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The usecase is simple. Info for logged in user is displayed in _Layout.cshtml. That info needs to be refreshed every time.

I found two ways to do that

  • Have BaseController and in its OnActionExecuting method set ViewBag.UserInfo = ...; which is later used in _Layout.cshtml
  • In _Layout.cshtml do @{Html.RenderAction("GlobalUserInfo", "UserInfo");}

The problem is that these two ways fail miserably with deadlocks or exceptions if UserInfo is returned from an async public async Task<UserInfo>GetUserInfo(){...} method.

So the question is this: How to set ViewBag properties on every action when data is retrieved using async/await.

share|improve this question
    
Why don't you create a Helper to share this information on _Layout? – Felipe Oriani Dec 4 '12 at 11:53
    
@felipe-oriani The problem is not to come up with "yet another solution" to show some data globally. The problem is to do it with async/await. Helpers won't save me here. – mdonatas Dec 4 '12 at 18:54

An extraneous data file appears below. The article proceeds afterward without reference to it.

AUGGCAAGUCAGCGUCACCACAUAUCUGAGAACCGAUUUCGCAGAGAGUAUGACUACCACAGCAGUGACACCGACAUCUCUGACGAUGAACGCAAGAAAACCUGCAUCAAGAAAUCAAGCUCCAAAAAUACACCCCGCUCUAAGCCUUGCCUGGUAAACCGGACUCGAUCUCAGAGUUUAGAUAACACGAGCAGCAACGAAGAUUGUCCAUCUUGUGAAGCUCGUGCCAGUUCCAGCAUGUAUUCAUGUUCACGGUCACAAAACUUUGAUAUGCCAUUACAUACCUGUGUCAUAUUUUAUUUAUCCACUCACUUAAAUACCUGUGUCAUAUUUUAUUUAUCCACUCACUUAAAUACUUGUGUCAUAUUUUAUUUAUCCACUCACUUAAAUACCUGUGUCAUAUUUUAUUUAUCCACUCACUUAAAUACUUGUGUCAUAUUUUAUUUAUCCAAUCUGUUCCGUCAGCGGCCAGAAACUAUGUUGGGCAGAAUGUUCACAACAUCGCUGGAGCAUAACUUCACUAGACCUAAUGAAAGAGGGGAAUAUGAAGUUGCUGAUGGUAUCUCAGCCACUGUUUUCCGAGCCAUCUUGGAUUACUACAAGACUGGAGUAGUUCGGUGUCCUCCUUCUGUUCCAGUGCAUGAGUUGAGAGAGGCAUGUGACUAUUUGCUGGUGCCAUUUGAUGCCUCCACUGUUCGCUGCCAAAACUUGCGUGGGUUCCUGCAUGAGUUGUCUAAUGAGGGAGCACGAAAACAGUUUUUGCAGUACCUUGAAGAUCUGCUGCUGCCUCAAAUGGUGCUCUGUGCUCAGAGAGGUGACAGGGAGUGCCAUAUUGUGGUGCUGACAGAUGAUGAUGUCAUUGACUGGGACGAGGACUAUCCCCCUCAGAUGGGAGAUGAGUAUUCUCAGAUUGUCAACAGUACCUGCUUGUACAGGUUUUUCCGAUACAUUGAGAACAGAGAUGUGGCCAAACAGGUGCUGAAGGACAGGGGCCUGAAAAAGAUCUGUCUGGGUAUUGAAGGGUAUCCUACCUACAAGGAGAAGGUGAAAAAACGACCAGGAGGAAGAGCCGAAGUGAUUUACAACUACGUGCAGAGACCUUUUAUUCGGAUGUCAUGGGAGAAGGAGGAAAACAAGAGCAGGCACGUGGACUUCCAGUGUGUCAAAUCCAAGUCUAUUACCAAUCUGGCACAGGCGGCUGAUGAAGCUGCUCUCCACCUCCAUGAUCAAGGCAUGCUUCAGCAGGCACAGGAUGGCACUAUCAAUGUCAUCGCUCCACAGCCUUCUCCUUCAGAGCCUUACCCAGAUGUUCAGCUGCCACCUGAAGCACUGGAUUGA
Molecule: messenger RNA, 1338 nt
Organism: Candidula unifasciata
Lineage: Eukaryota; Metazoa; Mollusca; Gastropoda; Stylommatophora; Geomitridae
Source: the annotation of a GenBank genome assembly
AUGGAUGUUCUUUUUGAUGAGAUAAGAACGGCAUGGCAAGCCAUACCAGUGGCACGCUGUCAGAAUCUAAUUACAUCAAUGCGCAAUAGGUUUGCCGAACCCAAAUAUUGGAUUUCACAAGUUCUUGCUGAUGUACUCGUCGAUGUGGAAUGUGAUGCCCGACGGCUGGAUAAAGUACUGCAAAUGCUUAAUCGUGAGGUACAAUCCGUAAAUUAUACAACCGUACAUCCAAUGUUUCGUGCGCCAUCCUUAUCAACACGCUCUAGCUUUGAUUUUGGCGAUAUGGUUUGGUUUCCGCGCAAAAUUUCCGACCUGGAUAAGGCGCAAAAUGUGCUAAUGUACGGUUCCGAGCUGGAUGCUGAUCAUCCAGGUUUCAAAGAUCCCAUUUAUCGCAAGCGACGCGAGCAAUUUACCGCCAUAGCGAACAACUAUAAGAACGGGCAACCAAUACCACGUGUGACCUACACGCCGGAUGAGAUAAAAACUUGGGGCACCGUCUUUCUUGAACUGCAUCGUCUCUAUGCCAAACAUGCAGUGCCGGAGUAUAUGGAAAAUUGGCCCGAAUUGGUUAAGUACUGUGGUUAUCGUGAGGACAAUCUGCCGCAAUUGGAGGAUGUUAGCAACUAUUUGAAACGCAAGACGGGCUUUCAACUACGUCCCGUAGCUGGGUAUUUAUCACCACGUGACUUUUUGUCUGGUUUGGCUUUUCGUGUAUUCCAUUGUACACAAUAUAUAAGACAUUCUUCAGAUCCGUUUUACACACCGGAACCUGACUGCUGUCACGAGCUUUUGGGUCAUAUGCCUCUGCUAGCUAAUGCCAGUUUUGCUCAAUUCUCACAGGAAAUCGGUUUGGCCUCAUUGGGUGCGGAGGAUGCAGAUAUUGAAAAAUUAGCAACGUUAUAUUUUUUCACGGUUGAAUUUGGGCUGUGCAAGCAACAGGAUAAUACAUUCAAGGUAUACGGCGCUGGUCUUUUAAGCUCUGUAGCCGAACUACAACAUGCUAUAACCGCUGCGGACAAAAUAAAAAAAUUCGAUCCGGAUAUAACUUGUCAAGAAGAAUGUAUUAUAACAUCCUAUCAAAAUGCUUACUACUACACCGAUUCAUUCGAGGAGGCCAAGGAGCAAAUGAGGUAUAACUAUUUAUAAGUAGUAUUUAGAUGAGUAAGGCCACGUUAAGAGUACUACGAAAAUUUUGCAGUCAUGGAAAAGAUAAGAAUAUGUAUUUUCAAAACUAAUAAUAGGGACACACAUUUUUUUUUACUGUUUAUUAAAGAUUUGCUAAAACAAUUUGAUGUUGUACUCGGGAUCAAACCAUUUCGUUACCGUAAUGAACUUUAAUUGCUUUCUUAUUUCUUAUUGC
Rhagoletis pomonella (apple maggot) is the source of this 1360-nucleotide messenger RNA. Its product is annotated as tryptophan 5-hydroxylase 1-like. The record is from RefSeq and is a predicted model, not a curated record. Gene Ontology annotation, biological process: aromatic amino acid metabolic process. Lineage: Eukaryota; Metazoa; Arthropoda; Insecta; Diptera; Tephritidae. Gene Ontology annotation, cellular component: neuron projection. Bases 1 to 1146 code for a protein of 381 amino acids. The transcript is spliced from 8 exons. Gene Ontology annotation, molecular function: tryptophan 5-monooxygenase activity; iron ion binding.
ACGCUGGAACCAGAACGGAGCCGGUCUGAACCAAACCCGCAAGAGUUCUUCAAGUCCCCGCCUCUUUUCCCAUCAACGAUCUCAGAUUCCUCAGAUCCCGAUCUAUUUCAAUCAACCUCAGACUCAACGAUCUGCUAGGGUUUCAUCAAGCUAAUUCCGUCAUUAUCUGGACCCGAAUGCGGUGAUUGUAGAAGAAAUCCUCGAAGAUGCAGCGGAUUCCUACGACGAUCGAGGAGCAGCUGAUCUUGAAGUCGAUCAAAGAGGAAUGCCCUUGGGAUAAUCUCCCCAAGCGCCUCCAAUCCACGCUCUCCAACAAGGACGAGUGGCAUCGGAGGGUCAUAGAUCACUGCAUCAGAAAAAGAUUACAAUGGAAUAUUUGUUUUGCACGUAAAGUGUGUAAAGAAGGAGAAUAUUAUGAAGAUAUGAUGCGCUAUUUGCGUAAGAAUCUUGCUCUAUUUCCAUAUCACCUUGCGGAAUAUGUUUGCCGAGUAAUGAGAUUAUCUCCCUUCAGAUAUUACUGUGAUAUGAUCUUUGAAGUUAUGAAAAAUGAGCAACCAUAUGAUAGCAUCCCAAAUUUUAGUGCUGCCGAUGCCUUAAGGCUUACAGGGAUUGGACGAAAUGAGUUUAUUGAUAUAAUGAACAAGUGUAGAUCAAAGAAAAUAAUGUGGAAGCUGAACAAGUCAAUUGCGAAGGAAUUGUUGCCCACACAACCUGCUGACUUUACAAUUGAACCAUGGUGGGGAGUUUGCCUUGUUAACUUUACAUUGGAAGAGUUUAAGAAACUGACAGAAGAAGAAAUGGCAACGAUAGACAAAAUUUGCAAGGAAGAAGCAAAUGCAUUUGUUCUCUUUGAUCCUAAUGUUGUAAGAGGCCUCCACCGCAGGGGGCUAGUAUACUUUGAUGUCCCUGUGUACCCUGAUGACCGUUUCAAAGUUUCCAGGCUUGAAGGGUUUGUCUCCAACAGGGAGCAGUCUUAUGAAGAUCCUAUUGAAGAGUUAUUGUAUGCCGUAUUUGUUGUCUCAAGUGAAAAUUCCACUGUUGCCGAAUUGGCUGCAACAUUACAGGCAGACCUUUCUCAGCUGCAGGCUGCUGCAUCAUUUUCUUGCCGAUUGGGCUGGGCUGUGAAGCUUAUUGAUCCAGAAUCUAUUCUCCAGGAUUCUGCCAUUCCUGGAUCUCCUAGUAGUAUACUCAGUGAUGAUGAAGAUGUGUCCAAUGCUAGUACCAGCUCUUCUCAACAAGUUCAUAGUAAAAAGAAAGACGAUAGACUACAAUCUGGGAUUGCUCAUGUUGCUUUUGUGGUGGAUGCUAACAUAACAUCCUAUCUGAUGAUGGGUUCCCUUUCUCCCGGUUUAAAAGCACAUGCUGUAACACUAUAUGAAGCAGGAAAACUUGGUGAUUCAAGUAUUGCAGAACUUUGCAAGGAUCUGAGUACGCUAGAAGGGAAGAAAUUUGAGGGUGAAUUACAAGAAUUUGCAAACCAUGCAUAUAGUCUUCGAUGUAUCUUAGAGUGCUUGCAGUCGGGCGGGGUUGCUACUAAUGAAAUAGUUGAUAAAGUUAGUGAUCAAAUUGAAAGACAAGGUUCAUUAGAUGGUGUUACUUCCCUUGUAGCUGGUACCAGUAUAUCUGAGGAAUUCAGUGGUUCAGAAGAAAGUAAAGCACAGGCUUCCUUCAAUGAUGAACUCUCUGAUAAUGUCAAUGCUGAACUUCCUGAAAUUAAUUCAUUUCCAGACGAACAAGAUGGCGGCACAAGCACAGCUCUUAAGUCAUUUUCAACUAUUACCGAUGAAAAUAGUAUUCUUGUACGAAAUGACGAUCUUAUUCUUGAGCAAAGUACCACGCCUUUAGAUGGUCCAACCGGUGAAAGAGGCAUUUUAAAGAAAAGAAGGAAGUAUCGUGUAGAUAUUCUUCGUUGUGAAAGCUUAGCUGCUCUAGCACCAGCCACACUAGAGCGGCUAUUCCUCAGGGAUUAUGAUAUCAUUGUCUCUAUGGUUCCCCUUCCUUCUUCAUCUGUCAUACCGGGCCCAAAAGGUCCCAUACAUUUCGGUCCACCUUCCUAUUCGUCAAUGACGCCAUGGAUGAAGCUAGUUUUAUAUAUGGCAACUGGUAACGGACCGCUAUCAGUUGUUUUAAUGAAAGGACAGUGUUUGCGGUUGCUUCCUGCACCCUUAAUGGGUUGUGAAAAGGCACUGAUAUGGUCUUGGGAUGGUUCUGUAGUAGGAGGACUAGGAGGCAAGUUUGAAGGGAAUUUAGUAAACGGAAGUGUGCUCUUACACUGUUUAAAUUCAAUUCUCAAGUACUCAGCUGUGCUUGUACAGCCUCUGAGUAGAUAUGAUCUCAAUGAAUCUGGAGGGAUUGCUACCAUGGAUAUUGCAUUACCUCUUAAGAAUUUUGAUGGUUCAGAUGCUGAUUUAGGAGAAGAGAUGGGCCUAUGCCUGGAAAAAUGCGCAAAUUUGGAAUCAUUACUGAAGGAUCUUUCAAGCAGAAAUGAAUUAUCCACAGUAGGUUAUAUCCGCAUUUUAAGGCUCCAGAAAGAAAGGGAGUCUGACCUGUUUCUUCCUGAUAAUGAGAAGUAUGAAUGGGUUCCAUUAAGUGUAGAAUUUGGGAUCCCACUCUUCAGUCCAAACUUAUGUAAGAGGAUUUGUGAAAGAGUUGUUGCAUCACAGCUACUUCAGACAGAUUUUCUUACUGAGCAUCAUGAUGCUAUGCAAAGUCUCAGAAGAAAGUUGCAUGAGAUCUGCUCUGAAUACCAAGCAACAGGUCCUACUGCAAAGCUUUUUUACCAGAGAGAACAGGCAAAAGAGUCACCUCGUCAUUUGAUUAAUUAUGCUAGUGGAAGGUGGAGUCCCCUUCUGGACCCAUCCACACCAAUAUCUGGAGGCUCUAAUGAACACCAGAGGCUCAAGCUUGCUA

up vote 2 down vote accepted

MVC is not quite fully async-friendly, particularly with filters.

You could write your own RenderAsyncAction extension method or duplicate the code in all your async actions.

Alternatively, you could attempt a bit of a hack. I describe on my blog why using Result in ASP.NET can deadlock, but there's a workaround: use ConfigureAwait(false) on every await in GetUserInfo.

Then you can define a synchronous wrapper:

public UserInfo GetUserInfoBlocking()
{
  return GetUserInfo().Result;
}

You should be able to use GetUserInfoBlocking in OnActionExecuting or RenderAction.

Please note the side effects:

  • This approach uses multiple threads per request, so this will decrease scalability. The pure async approach uses multiple requests per thread, so it increases scalability.
  • Any exceptions from GetUserInfo will be wrapped in an AggregateException, so be sure your logging will capture the InnerException details or you'll get meaningless errors in your logs.

It's definitely best to use async all the way down instead of blocking like this. But sometimes MVC doesn't leave you a choice (hopefully this will change in the future).

share|improve this answer
    
I am already using OnActionExecuting with .Result and .ConfigureAwait(false) all the way down the stack but it just feels like an ugly hack, hense this question. Thank you for the answer! – mdonatas Dec 4 '12 at 18:50

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